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Fitting a curve using a spline, Fourier transform, etc.

  1. Mar 5, 2013 #1
    1. The problem statement, all variables and given/known data

    screen-capture-3-37_zps35a0465b.png

    Just wondering if my output seems wrong. The interpolating polynomial looks like it's way off, though I've looked over my code many times and it seems right (?).

    fig1_zps4d964c93.jpg

    fig2_zps8eb40594.jpg


    clc
    clear all
    format long

    x1=[1:1/10:4];
    y1=zeros(1,length(x1));
    y1(find(x1<=3))=floor(x1((find(x1<=3))).^2);
    y1(find(x1>3))=9*cos(3*x1(find(x1>3))-9).^3;
    xx=[1:1/1000:4];
    yy=zeros(1,length(xx));
    yy(find(xx<=3))=floor((xx(find(xx<=3))).^2);
    yy(find(xx>3))=9*cos(3*xx(find(xx>3))-9).^3;
    p=polyfit(x1,y1,length(x1)+1);
    y30=polyval(p,xx);
    ffty1=fft(y1);
    fsum=0;
    for k=0:15
    fsum=fsum+(ffty1(k+1))*(k+1)*exp(2*pi*i*k*(xx-1)/3);
    end
    for k=16:30
    fsum=fsum+(ffty1(k+1))*(k+1)*exp(2*pi*i*(k-31)*(xx-1)/3);
    end
    f31=fsum/31;
    ynakstruct=spline(xx,yy);
    ynakcoeffs=ynakstruct.coefs;
    ynak=zeros(1,length(xx));
    ynak(1)=yy(1);
    for k=2:length(ynak)
    ynak(k)=ynakcoeffs(k-1,4)+ynakcoeffs(k-1,3)*(xx(k)-xx(k-1))+ynakcoeffs(k-1,2)*(xx(k)-xx(k-1))^2+ynakcoeffs(k-1,1)*(xx(k)-xx(k-1))^3;
    end
    yclstruct=spline(xx,[0 yy 0]);
    yclcoeffs=yclstruct.coefs;
    ycl=zeros(1,length(xx));
    ycl(1)=yy(1);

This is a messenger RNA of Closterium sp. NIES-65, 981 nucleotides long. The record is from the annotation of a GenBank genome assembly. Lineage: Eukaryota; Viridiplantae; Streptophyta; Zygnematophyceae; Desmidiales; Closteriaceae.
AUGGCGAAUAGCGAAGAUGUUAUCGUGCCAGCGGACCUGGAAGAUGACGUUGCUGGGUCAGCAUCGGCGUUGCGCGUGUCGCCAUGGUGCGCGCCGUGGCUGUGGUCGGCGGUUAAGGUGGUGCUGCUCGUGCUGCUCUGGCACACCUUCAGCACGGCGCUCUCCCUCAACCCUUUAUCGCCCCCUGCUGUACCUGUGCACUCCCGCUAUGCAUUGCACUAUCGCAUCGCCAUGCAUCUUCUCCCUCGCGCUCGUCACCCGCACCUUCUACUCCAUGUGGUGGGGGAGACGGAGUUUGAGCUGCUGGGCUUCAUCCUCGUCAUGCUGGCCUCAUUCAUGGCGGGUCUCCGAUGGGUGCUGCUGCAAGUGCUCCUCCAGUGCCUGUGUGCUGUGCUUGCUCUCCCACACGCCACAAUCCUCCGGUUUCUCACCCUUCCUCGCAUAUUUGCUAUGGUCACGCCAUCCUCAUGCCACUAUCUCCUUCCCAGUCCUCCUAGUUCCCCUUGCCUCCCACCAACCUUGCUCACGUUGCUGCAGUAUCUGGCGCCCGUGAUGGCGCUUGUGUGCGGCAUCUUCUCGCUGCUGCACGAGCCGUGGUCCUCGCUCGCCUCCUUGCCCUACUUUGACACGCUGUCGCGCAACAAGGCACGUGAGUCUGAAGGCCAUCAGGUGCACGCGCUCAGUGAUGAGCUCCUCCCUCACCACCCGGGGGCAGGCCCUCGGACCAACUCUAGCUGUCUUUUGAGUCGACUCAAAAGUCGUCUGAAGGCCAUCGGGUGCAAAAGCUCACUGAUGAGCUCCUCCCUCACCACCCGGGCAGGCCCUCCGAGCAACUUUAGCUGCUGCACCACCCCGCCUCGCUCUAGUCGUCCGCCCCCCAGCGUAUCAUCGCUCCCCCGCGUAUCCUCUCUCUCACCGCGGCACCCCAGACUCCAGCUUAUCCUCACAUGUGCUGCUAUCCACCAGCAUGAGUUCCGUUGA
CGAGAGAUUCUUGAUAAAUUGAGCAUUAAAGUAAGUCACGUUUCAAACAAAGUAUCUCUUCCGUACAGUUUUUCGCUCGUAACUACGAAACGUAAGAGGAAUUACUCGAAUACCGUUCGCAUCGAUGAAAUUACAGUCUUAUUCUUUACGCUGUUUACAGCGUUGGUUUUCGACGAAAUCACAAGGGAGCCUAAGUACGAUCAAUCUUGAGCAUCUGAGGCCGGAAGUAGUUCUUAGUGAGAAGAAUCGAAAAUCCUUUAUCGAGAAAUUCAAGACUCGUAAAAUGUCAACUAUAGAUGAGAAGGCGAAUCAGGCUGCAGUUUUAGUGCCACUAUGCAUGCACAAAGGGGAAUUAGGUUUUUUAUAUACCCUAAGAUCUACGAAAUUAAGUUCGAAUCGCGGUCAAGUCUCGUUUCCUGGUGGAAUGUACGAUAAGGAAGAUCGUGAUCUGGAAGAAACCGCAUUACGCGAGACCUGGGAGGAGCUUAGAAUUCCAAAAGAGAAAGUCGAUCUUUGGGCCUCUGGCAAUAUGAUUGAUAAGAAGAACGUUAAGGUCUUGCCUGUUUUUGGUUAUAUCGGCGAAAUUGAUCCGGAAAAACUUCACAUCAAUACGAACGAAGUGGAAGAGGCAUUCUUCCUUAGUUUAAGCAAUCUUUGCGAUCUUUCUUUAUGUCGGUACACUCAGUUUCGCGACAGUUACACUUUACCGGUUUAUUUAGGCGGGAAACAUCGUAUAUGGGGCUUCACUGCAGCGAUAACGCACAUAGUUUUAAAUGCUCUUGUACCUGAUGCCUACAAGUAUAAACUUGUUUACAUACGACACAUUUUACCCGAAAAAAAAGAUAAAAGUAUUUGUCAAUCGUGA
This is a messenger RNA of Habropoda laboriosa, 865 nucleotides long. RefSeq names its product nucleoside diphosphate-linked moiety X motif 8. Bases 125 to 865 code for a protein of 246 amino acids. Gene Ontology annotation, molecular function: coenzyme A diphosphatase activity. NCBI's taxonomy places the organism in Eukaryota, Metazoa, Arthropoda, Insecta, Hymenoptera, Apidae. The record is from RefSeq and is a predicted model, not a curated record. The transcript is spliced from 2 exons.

for i=2:length(ycl)
    ycl(k)=yclcoeffs(k-1,4)+yclcoeffs(k-1,3)*(xx(k)-xx(k-1))+yclcoeffs(k-1,2)*(xx(k)-xx(k-1))^2+yclcoeffs(k-1,1)*(xx(k)-xx(k-1))^3;
    end
    figure;
    subplot(2,2,1)
    hold on
    plot(xx,yy,xx,y30,'-')
    legend('yy', 'y30')
    e1=(1/3001)*norm(y30-yy,1);
    title(sprintf('Error: %d', e1))
    subplot(2,2,2)
    hold on
    plot(xx,yy,xx,f31,'-')
    legend('yy', 'f31')
    e2=(1/3001)*norm(f31-yy,1);
    title(sprintf('Error: %d', e2))
    subplot(2,2,3)
    hold on
    plot(xx,yy,xx,ynak,'-')
    legend('yy', 'ynak')
    e3=(1/3001)*norm(ynak-yy,1);
    title(sprintf('Error: %d', e3))
    subplot(2,2,4)
    hold on
    plot(xx,yy,xx,ycl,'-')
    legend('yy', 'ycl')
    e4=(1/3001)*norm(ycl-yy,1);
    title(sprintf('Error: %d', e4))

    x2=[1:1/100:4];
    y2=zeros(1,length(x2));
    y2(find(x2<=3))=floor(x2((find(x2<=3))).^2);
    y2(find(x2>3))=9*cos(3*x2(find(x2>3))-9).^3-9;
    yy=zeros(1,length(xx));
    yy(find(xx<=3))=floor((xx(find(xx<=3))).^2);
    yy(find(xx>3))=9*cos(3*xx(find(xx>3))-9).^3;
    p=polyfit(x2,y2,length(x2)+1);
    y301=polyval(p,xx);
    ffty2=fft(y2);
    fsum=0;
    for k=0:150
    fsum=fsum+(ffty2(k+1))*(k+1)*exp(2*pi*i*k*(xx-1)/3);
    end
    for k=151:300
    fsum=fsum+(ffty2(k+1))*(k+1)*exp(2*pi*i*(k-301)*(xx-1)/3);
    end
    f301=fsum/301;
    ynakstruct=spline(xx,yy);
    ynakcoeffs=ynakstruct.coefs;
    ynak=zeros(1,length(xx));
    ynak(1)=yy(1);
    for k=2:length(ynak)
    ynak(k)=ynakcoeffs(k-1,4)+ynakcoeffs(k-1,3)*(xx(k)-xx(k-1))+ynakcoeffs(k-1,2)*(xx(k)-xx(k-1))^2+ynakcoeffs(k-1,1)*(xx(k)-xx(k-1))^3;
    end
    yclstruct=spline(xx,[0 yy 0]);
    yclcoeffs=yclstruct.coefs;
    ycl=zeros(1,length(xx));
    ycl(1)=yy(1);
    for k=2:length(ycl)
    ycl(k)=yclcoeffs(k-1,4)+yclcoeffs(k-1,3)*(xx(k)-xx(k-1))+yclcoeffs(k-1,2)*(xx(k)-xx(k-1))^2+yclcoeffs(k-1,1)*(xx(k)-xx(k-1))^3;